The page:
Also last week, Lord Mandelson made a speech in which he returned to the tired old mantra of "widening access" to Britain's leading universities. This coincides with a report today from the House of Commons Innovation, Universities, Science and Skills Committee that went further than ever before in demanding the social engineering of university admissions. This agenda was first set by Gordon Brown in 2000, with his ill-informed intrusion into the Laura Spence affair. It is a recipe for disaster. Vice chancellors have strained every sinew to recruit disadvantaged students, providing remedial education to help them, to no avail.

This, of course, is because the problem lies not in the universities, but in the state-school system. Because of the failure of the "bog-standard comprehensives", to use a phrase coined by Alastair Campbell, the percentage of state-school students at Cambridge is lower than in 1980. Within the high-flying Russell Group of universities, the intake from independent schools is hugely disproportionate and, among state-school students, England's 164 surviving grammar [selective] schools are similarly over-represented.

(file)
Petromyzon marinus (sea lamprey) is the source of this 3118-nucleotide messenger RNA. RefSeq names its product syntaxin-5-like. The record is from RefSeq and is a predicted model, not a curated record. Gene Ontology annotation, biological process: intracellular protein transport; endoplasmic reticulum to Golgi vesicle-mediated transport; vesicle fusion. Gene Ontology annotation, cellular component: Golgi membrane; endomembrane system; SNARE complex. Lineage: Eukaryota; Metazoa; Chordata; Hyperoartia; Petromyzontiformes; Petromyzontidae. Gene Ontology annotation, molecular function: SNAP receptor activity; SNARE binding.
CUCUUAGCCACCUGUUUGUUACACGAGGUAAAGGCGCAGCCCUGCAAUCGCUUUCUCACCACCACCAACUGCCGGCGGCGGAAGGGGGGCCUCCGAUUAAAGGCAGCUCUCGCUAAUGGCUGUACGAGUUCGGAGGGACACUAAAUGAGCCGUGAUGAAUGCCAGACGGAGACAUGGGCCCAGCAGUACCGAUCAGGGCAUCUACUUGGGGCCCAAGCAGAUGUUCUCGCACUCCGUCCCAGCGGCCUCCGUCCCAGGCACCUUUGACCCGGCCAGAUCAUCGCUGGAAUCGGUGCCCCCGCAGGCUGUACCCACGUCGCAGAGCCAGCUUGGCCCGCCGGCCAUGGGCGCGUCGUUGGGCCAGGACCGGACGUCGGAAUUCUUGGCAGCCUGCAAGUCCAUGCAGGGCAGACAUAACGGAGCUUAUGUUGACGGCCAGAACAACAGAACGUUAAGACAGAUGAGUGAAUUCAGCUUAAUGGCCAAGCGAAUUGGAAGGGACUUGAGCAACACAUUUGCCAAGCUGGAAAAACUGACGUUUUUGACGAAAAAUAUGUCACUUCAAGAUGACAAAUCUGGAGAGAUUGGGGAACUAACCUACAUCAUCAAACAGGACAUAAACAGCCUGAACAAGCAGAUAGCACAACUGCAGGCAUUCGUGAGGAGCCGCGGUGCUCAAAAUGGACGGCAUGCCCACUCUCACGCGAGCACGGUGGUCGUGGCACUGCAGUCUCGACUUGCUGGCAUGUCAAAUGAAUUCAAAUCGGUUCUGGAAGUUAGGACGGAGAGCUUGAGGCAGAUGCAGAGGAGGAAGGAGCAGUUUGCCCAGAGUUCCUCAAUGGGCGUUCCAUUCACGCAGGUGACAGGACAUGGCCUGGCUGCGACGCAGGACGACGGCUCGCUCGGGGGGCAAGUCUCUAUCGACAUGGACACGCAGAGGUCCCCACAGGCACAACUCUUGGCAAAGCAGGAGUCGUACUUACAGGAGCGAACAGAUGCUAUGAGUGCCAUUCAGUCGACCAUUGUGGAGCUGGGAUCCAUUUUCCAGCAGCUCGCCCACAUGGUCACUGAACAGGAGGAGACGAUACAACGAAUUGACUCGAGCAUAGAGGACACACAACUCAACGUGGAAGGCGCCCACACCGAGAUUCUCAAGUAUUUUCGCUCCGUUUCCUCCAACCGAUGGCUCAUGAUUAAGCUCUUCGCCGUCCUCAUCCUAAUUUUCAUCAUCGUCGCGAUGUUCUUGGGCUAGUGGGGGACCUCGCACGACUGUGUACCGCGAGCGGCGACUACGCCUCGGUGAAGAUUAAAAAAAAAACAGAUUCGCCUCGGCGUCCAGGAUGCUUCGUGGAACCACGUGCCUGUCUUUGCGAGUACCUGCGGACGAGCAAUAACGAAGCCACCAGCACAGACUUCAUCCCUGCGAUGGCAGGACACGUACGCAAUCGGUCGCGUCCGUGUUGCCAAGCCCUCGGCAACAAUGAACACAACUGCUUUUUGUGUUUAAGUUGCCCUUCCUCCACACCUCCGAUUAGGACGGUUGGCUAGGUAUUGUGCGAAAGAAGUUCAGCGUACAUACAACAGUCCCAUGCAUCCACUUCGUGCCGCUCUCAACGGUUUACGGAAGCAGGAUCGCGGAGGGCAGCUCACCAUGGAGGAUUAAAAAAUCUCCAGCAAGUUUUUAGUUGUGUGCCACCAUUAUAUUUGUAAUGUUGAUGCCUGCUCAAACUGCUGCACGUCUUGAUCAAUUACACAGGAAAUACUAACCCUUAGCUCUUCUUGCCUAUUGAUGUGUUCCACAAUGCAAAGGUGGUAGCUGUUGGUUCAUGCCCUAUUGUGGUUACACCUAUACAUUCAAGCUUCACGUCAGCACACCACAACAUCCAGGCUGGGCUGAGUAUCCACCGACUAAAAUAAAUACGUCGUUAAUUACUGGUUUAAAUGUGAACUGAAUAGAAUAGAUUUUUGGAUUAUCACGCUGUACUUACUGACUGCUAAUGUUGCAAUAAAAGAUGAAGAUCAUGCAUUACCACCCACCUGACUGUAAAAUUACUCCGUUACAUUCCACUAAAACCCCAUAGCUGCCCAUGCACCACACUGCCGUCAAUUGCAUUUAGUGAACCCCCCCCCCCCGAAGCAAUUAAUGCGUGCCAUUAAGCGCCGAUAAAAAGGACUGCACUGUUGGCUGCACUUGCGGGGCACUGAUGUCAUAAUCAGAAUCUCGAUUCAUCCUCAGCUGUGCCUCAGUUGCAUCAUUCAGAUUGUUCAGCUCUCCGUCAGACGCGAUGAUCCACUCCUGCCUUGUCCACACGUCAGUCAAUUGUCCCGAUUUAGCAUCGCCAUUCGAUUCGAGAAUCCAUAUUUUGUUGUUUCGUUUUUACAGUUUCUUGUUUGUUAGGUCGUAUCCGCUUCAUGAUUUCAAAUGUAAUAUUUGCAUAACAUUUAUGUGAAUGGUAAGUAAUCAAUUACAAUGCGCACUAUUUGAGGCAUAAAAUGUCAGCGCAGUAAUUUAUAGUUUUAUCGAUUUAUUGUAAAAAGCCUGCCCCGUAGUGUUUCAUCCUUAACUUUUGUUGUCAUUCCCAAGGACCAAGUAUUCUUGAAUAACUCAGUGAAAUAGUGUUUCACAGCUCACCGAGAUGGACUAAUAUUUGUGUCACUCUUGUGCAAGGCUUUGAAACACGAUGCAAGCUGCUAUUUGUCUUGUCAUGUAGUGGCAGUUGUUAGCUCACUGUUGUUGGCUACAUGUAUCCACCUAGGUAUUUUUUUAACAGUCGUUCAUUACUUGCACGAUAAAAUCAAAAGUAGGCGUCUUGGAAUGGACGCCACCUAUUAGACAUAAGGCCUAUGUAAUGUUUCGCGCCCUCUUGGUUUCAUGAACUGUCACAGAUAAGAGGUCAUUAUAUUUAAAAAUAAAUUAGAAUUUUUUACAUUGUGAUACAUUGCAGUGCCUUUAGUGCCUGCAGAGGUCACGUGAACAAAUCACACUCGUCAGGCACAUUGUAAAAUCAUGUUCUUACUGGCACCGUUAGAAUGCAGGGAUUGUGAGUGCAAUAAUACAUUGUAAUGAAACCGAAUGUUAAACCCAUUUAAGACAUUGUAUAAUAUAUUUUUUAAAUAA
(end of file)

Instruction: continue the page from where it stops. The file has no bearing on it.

What, then, to do? Yes, we could pack the universities with poorly performing students in the name of "fairness". Yet Britain's leading universities have evolved over centuries to world-class standards. To vandalise that national asset would be a mortal blow, leaving us hopelessly uncompetitive. Elitism is not a dirty word: it is the precondition for meritocracy. Lord Mandelson knows that; but he is playing pre-election politics.